Thursday 29 November 2012

Google Drive update brings support for spreadsheets, homescreen shortcuts

If you’re the type who regularly writes and edits documents online, you’ll be happy to know that Google Drive on mobile devices now lets you make and edit spreadsheets. Google has launched an update to Google Drive that includes a new native editor that lets you create a new spreadsheet or edit an existing one right from the Drive app on your iPhone, iPad or Android device. You can switch fonts, resize columns, sort data and do much more in a spreadsheet. And just like on the online service, you will be able to see other people’s edits and comments in real time. Click here  to get the update.

More interestingly, Google Drive now lets you create a shortcut to Drive files and folders on your homescreen. This will allow you to directly access frequently accessed files and folders from the shortcuts on the homescreen instead of having to navigate to the Drive app, opening it and then browsing to the desired file or folder. This feature can be quite useful if you have a truckload of files and folders stored on Drive.

The update also includes a slew of functionality improvements to the Google Docs editor. You can now edit the contents of tables in the Google Docs editor. The updated editor also preserves the formatting of content when copy/pasting content within Google Docs. You can also enter the ‘Edit’ mode in Google Docs by single tapping, instead of having to manually switch between the edit and view modes.

What’s more, the Send Link option for files and folders now has a new option that lets you copy links to the clipboard, in addition to giving you the usual roster of services and applications you can use to share links.

This is only the latest in the improvements that Google is rolling out for Google Drive in a bid to increase the integration between its various services and the cloud storage solution. Just yesterday, the company announced that Drive has now been integrated into Gmail, allowing you to directly attach files to emails from Google Drive. This feature allows you to attach a maximum 10 GB worth of files to your emails. Google explained that since the files being sent are stored in the cloud, this feature would let the recipients access the most recent version of the file.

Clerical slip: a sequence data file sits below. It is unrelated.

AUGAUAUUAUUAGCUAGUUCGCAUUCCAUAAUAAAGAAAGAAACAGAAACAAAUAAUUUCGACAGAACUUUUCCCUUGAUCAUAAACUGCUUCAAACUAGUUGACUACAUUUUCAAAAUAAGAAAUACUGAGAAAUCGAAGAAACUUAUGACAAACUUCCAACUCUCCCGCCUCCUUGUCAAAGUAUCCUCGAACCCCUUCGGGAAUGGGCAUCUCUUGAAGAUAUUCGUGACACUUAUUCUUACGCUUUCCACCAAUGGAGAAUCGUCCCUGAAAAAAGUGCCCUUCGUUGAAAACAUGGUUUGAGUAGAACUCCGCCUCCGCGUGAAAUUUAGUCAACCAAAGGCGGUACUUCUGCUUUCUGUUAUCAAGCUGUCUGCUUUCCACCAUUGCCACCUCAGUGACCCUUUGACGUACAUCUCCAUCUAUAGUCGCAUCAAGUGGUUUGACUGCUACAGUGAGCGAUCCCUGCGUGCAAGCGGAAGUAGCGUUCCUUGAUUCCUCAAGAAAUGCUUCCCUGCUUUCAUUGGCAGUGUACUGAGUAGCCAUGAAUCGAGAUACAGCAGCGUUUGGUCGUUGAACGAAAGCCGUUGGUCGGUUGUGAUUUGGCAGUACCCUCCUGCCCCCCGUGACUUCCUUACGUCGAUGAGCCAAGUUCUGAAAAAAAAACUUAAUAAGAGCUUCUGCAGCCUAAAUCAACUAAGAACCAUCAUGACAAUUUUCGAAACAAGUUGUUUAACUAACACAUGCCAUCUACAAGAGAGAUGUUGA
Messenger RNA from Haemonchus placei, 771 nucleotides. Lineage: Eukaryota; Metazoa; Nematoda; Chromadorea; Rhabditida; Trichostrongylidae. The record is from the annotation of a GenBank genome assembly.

Interestingly, Gmail will also work like a smart assistant and double-check that the intended recipients have access to the files being sent. This way, whenever a user sends a file from Drive that isn't shared with everyone; he will be given the option to change the file's sharing settings, without moving away from his mail. Moreover, this will work with Drive links pasted directly into emails. The new feature that will be rolled out over the next few days will only be available with Gmail's new compose experience, so you'll need to opt-in if you haven't already.

Google also announced early this month that Google Drive now lets you share your files on Google+. People you share your files with can now view presentations, open PDFs, and play videos and music, right from their Google+ stream. Unlike shares on Facebook or Twitter, where you can only share links of certain files, Google+ adds functionality that would let you view your documents and presentations in the Google+ stream itself. If on a mobile device, the document or file will instead open in the Google Drive app.

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